Parallels with modern assassinations and politically- and religiously-inspired terrorist attacks are easy to make, and if the conspiracy had been successful the shock effect would have been comparable with that of 11 September 2001, the assassinations of John F Kennedy, Martin Luther King and Benazhir Bhutto. The outpouring of public grief at the tragic death of Princess Diana is some indication of how Britain would have reacted to the sudden violent death of members of the royal family.

The Gunpowder Plot was a horror on an unprecedented scale and, in the context of the continuing wars of the Reformation, conspiracy theories abounded. The Plot was not seen as the work of a small group of extremists, but as the latest in a succession of Roman Catholic threats to Britain. It was, after all, just 17 years since the Spanish Armada, when England only narrowly escaped invasion by the most powerful Catholic state of the day. Popular imagery linked the events of 1588 and 1605: the horseshoe-shaped fleet of Spanish ships and Guy Fawkes with his dark lantern approaching the vault beneath parliament.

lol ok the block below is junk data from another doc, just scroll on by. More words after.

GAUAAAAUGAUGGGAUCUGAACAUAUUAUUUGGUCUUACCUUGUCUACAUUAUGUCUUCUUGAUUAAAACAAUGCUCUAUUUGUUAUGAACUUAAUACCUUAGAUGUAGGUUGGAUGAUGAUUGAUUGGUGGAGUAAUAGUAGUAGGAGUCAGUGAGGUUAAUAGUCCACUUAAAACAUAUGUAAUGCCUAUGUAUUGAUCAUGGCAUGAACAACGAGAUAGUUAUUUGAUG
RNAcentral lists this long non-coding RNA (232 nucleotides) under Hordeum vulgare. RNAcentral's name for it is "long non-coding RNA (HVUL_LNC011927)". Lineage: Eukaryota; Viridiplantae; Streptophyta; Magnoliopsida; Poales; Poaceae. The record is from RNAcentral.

Over the following centuries, the image of Guy Fawkes became shorthand for a threat to government and national security, see www.britishmuseum.org/collection for more than 70 examples. The Occupy movement is just the latest element in a legacy lasting more than 400 years.

Shakespeare: staging the world is open from 19 July to 25 November 2012.

The exhibition is supported by BP.
Part of the World Shakespeare Festival and London 2012 Festival.

Tweet using #ShakespeareExhibition and @britishmuseum

If you would like to leave a comment click on the title

Filed under: Exhibitions, Shakespeare: staging the world

4 Responses - Comments are closed.

  1. Monika says:

    i agree

    Like

  2. james larkin says:

    I believe that Guy Fawkes was a good guy, not a monster. The monster was James 1, a sad and wicked little person who tortured Guy maliciously and illegally.

    Like

  3. hi says:

    yeah but he was just a Guy. It could have been anyone

    Like

Enter your email address to follow this blog and receive notifications of new posts by email.

Join 16,340 other followers

Categories

Follow @britishmuseum on Twitter

British Museum on Instagram